Breast Cancer Research and Treatment

, Volume 111, Issue 3, pp 505–509

BARD1 variants are not associated with breast cancer risk in Australian familial breast cancer

  • Kylie L. Gorringe
  • David Y. H. Choong
  • Jane E. Visvader
  • Geoffrey J. Lindeman
  • Ian G. Campbell
Epidemiology

DOI: 10.1007/s10549-007-9799-x

Cite this article as:
Gorringe, K.L., Choong, D.Y.H., Visvader, J.E. et al. Breast Cancer Res Treat (2008) 111: 505. doi:10.1007/s10549-007-9799-x

Abstract

Several studies in various populations have suggested that non-synonymous BARD1 variants are associated with increased breast cancer risk. Using DHPLC analysis we screened the coding region of BARD1 for variants in 210 probands of breast cancer families including 129 families with no mutations in BRCA1 or BRCA2. These families were ascertained in Australia through the Kathleen Cunningham Foundation Consortium for Research into Familial Breast Cancer (kConFab). Nine coding variants were detected among the kConFab families, including two novel variants (Thr598Ile and Ile692Thr). The frequency of five of these variants were evaluated in 258 non-cancer controls and 401 women with sporadic breast cancer. Three variants (1139del21, G1756C and A2285G) were detected in all three groups at a similar frequency suggesting that these do not represent BRCAX candidates. Two variants (Thr598Ile and Ile692Thr) were not detected in any of the 659 sporadic breast cancer cases and controls and were assessed for segregation with breast cancer in the families of the probands. However, neither variant was identified in any other breast cancer case in either family suggesting that these variants are non-pathogenic polymorphisms. We have found no evidence to support involvement of BARD1 in familial breast cancer risk in the Australian population. In addition, three variants previously reported to be pathogenic in other populations are likely to represent benign polymorphisms and therefore we conclude that BARD1 is unlikely to represent a high-penetrance breast cancer susceptibility gene.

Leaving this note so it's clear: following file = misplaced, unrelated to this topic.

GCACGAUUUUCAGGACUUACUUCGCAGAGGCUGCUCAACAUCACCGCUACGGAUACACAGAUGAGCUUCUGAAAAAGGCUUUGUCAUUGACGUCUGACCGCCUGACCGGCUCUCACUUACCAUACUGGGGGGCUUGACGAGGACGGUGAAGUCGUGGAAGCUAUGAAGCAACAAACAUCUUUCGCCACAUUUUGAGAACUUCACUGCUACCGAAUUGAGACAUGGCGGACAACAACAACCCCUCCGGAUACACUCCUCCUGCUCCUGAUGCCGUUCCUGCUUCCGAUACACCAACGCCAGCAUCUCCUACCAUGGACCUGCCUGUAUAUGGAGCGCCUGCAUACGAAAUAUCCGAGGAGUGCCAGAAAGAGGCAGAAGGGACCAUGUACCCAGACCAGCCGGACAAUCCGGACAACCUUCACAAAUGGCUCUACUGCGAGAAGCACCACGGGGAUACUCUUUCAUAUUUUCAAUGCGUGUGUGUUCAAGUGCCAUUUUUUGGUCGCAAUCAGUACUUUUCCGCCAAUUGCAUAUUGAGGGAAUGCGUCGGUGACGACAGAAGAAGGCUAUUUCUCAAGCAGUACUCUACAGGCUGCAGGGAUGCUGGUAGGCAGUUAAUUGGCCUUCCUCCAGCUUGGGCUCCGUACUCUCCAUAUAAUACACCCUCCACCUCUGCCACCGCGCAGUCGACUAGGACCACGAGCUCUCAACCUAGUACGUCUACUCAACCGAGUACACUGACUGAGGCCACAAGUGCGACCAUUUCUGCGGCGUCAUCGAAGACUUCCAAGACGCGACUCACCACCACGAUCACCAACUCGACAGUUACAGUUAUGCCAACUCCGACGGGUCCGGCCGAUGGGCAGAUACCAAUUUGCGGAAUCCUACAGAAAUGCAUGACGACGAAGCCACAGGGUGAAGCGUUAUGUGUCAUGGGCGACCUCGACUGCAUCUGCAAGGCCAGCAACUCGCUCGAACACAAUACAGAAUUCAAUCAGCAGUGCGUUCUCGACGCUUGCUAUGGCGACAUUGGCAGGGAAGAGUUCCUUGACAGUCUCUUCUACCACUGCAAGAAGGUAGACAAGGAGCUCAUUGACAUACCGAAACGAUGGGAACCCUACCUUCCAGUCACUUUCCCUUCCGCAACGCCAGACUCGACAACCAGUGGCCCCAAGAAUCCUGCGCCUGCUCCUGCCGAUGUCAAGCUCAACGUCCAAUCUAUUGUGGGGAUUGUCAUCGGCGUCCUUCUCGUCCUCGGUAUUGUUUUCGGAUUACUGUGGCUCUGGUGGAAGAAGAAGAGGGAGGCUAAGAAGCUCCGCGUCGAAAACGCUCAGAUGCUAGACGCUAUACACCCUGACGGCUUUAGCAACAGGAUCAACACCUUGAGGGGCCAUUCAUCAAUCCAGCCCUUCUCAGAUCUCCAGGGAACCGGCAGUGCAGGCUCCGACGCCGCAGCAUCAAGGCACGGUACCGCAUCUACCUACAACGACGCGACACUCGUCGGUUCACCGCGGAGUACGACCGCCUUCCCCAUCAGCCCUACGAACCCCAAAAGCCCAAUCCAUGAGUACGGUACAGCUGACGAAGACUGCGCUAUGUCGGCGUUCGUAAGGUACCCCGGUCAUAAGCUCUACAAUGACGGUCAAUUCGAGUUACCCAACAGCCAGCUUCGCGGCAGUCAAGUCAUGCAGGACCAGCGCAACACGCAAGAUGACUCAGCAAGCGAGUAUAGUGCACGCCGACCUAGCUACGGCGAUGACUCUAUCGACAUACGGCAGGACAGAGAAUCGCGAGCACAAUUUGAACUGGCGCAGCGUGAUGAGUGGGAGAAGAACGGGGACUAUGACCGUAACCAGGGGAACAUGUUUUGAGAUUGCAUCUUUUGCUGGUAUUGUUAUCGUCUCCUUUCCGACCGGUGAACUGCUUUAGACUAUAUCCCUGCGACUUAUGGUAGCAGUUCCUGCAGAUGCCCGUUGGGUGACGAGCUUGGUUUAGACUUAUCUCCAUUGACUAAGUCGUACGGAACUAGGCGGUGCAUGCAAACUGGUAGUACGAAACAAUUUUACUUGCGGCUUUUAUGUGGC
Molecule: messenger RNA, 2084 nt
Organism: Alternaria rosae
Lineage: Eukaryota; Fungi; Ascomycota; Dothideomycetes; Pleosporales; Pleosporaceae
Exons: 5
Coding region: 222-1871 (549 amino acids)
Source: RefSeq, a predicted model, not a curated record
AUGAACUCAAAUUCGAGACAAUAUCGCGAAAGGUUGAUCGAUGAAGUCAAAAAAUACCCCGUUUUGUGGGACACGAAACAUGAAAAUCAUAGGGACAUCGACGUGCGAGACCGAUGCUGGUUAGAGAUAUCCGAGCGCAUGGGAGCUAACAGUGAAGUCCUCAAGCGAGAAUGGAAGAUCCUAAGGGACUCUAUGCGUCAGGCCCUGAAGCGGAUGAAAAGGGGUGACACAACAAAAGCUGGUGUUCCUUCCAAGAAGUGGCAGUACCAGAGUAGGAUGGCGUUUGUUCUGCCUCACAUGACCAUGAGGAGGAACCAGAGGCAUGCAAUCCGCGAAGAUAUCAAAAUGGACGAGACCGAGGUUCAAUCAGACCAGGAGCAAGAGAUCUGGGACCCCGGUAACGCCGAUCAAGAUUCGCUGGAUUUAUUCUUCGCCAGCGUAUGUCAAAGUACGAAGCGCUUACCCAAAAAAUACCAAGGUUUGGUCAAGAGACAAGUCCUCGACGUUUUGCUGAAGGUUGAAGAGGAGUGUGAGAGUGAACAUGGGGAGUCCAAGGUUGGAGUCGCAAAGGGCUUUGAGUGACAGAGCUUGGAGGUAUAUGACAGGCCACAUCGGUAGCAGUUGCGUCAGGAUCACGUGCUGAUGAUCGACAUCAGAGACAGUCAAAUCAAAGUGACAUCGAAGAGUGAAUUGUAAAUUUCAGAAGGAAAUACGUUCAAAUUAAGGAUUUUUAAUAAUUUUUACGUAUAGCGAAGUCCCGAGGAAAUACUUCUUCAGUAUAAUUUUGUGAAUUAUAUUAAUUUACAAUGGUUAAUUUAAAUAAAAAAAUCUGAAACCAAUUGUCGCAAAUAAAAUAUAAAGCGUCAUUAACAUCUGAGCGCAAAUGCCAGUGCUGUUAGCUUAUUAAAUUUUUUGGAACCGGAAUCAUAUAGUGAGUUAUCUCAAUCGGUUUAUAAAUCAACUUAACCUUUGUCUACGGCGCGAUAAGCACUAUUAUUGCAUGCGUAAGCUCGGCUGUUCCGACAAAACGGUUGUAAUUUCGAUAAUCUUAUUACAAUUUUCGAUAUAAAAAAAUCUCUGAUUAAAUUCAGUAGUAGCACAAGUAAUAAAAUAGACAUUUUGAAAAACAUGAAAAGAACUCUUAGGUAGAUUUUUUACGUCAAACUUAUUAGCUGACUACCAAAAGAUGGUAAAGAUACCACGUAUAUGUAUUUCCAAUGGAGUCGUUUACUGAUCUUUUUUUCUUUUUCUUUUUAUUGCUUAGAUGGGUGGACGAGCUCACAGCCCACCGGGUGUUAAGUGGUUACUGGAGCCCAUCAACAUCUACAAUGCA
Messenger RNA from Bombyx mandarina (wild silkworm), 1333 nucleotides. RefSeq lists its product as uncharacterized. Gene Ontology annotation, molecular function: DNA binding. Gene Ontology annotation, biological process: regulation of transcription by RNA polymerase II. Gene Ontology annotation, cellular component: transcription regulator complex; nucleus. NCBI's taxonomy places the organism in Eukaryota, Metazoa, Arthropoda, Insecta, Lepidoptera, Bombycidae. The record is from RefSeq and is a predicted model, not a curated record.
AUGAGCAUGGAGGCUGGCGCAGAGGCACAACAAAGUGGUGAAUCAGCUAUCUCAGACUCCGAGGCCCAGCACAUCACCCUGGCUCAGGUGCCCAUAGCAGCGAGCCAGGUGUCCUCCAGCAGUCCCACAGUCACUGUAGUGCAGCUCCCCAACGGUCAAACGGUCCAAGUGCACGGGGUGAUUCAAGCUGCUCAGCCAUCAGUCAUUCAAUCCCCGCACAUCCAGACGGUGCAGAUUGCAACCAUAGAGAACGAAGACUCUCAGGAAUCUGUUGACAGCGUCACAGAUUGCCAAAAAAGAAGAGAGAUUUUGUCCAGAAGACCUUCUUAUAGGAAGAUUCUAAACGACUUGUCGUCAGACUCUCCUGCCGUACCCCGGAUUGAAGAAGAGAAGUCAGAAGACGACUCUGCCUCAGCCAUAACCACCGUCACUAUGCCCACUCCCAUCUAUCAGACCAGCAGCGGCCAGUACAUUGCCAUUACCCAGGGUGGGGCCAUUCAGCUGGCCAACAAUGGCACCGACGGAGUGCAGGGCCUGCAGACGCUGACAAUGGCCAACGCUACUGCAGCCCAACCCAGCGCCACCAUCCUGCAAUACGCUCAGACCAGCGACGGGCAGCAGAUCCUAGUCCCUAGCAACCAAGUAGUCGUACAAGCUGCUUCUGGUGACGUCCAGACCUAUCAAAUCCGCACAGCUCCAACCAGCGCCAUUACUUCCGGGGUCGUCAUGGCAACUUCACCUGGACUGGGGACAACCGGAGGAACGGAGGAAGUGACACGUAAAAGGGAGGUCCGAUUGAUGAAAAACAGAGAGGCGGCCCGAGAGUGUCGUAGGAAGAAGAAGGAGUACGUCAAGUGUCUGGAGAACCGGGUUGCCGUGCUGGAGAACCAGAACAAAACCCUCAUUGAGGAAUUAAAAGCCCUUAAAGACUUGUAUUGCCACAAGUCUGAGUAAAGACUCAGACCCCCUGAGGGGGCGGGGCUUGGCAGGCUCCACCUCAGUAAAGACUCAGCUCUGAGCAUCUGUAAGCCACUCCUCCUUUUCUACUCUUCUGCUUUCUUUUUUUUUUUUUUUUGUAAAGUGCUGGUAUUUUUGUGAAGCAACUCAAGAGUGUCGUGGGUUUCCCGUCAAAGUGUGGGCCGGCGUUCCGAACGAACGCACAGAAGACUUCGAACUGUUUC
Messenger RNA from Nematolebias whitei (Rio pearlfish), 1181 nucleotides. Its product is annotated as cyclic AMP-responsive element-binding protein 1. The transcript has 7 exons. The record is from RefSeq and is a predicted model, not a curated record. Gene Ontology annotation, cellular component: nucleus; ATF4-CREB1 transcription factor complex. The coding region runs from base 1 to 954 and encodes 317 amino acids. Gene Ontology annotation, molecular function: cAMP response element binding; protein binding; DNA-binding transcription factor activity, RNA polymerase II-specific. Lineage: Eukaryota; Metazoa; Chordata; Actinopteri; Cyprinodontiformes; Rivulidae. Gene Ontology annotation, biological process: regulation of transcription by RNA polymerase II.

Keywords

Breast cancerBRCAxPolymorphismGenetic association

Supplementary material

10549_2007_9799_MOESM2_ESM.pdf (12 kb)
Primer sequences and DHPLC conditions (PDF 11 kb)

Copyright information

© Springer Science+Business Media, LLC. 2007

Authors and Affiliations

  • Kylie L. Gorringe
    • 1
  • David Y. H. Choong
    • 1
  • Jane E. Visvader
    • 2
  • Geoffrey J. Lindeman
    • 2
  • Ian G. Campbell
    • 1
  1. 1.VBCRC Cancer Research LaboratoryPeter MacCallum Cancer CentreEast MelbourneAustralia
  2. 2.The Walter and Eliza Hall Institute of Medical Research & Bone Marrow Research LaboratoriesParkvilleAustralia